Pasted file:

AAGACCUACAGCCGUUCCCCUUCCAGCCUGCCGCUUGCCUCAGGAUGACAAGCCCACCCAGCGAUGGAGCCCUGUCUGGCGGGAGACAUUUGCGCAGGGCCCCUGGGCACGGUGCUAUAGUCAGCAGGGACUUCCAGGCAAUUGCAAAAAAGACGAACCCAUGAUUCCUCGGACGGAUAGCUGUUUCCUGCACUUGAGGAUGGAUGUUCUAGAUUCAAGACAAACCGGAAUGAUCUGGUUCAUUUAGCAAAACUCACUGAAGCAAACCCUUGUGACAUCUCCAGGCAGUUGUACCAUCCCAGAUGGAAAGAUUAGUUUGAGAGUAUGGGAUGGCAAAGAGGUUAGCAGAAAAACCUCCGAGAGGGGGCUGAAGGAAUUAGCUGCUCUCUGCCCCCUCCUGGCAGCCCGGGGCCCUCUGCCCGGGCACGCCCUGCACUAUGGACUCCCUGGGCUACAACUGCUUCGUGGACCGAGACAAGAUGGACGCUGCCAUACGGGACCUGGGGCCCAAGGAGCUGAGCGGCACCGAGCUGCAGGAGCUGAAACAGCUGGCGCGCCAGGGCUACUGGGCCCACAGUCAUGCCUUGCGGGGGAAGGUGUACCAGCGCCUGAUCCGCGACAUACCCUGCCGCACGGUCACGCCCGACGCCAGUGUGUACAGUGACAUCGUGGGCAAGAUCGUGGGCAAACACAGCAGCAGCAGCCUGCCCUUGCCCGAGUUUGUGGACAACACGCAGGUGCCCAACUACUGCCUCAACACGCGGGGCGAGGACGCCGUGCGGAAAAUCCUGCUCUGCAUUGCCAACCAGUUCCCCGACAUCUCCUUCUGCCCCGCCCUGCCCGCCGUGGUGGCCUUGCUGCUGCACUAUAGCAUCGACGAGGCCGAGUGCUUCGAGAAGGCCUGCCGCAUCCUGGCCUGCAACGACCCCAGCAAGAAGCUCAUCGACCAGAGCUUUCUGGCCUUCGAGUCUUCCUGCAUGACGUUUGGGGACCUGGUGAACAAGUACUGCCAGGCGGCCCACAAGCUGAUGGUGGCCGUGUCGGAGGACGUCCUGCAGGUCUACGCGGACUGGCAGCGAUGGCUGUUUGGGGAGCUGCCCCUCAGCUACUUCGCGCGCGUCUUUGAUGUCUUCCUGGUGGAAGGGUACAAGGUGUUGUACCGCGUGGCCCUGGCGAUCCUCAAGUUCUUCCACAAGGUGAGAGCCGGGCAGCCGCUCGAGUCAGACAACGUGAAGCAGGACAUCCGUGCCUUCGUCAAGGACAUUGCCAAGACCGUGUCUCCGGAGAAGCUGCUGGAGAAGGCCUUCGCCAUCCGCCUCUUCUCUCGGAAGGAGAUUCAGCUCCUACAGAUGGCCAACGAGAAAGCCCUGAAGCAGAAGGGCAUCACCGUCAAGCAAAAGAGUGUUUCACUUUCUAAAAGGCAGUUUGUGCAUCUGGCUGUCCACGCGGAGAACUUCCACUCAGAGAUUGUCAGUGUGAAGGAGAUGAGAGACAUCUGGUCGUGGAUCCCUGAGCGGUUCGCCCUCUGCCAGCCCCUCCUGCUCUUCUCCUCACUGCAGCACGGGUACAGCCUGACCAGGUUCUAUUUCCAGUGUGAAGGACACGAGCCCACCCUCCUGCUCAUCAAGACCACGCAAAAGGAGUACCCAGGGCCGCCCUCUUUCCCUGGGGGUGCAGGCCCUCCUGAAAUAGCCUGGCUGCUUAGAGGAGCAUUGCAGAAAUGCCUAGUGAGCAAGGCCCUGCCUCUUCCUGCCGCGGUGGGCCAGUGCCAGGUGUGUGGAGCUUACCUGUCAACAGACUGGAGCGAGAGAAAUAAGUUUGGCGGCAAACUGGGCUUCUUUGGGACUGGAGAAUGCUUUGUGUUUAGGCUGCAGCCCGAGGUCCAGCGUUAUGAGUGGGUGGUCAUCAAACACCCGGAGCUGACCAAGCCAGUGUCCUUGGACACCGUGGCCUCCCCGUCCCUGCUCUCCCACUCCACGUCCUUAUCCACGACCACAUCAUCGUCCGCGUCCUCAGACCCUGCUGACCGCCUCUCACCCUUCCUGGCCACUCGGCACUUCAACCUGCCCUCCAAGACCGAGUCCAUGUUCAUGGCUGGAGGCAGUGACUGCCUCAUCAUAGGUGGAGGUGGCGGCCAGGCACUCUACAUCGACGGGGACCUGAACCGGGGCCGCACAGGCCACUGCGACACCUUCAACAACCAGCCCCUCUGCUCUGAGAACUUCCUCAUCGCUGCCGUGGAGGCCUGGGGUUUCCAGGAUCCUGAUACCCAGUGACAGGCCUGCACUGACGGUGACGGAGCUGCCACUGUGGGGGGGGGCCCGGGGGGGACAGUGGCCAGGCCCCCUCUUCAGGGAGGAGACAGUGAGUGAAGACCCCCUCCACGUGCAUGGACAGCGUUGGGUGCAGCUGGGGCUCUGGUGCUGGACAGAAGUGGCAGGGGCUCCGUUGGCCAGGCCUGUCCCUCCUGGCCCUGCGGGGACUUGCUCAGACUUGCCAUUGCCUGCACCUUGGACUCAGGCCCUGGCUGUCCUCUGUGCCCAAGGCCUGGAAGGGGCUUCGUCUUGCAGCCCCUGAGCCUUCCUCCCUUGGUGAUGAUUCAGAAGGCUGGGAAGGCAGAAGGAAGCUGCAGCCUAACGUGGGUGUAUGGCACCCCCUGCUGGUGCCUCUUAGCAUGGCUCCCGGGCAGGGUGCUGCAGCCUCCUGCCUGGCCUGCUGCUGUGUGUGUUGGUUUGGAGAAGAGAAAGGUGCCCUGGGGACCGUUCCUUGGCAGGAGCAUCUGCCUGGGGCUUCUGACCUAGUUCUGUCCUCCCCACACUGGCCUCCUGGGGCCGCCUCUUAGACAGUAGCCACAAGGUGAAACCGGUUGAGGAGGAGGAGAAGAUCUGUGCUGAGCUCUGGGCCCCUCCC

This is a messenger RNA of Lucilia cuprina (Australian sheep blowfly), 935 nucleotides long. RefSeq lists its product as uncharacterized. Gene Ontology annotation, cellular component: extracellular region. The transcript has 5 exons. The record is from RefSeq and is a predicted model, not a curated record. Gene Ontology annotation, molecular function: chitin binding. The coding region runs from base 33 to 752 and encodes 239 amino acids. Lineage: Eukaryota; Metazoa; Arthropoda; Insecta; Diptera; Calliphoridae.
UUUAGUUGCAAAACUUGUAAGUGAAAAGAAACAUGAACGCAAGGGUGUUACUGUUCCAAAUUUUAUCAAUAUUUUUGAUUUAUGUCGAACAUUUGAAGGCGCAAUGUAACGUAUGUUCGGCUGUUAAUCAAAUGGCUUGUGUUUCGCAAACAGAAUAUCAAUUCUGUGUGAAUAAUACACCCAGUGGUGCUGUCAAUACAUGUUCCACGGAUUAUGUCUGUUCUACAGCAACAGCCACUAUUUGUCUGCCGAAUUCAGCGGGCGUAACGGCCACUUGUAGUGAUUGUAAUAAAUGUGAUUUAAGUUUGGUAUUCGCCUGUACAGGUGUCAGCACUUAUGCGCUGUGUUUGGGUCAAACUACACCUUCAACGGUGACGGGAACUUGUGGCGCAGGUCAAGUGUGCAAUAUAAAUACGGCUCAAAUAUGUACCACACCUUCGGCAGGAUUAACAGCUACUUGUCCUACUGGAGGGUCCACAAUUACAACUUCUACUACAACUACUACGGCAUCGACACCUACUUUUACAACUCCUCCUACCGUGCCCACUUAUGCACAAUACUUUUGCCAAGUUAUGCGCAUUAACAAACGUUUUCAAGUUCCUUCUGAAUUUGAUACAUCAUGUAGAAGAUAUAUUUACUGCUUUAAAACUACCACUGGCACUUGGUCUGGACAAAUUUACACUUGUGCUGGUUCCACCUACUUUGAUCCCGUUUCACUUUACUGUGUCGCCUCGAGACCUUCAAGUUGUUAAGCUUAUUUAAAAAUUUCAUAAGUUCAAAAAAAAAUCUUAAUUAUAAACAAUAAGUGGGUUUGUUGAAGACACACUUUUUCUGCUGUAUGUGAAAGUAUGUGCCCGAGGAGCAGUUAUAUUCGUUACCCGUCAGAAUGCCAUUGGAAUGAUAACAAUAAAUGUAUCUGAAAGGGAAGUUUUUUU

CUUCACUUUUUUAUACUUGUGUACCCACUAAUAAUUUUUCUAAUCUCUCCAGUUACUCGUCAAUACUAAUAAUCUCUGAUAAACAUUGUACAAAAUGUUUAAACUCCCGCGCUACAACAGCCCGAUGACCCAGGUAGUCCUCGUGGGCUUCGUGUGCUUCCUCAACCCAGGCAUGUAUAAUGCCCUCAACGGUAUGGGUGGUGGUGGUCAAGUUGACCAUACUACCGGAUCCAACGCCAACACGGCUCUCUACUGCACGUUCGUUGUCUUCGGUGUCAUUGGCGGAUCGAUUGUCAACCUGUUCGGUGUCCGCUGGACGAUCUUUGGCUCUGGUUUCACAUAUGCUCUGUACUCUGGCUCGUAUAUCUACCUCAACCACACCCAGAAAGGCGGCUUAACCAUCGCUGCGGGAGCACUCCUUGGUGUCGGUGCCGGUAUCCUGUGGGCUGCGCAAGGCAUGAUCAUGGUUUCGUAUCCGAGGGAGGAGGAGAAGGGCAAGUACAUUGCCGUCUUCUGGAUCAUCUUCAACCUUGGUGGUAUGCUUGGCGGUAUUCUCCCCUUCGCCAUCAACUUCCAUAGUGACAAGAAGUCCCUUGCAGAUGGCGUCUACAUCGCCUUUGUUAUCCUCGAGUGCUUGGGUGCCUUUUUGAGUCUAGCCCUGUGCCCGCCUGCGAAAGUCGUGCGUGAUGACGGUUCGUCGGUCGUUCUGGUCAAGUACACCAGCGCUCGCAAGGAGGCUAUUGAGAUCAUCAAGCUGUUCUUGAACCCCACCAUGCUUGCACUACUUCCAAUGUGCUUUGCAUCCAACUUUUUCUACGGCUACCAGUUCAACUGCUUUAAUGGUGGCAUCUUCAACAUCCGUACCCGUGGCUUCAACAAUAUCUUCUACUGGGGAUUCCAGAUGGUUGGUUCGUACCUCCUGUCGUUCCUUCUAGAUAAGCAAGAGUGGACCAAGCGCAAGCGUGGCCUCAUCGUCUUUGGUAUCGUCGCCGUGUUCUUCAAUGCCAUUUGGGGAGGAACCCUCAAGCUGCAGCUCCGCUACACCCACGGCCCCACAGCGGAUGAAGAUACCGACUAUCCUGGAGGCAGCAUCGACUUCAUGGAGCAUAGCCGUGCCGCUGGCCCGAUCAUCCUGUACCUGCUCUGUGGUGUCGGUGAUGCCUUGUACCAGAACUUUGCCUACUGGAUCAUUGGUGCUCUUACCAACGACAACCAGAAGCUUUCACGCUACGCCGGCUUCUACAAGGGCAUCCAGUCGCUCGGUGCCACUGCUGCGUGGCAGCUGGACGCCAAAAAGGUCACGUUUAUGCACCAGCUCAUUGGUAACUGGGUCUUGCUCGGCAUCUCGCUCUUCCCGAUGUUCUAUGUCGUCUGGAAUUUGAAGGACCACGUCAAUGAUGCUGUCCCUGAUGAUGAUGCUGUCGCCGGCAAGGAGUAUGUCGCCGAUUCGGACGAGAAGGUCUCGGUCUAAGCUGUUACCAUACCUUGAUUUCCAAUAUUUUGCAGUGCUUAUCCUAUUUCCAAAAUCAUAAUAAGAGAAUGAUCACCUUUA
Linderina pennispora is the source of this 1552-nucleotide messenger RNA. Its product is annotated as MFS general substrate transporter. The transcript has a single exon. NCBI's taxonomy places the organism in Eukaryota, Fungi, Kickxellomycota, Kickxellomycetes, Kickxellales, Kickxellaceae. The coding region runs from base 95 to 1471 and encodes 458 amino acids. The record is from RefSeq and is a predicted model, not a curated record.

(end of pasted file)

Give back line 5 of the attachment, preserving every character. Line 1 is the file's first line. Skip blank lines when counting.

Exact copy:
Linderina pennispora is the source of this 1552-nucleotide messenger RNA. Its product is annotated as MFS general substrate transporter. The transcript has a single exon. NCBI's taxonomy places the organism in Eukaryota, Fungi, Kickxellomycota, Kickxellomycetes, Kickxellales, Kickxellaceae. The coding region runs from base 95 to 1471 and encodes 458 amino acids. The record is from RefSeq and is a predicted model, not a curated record.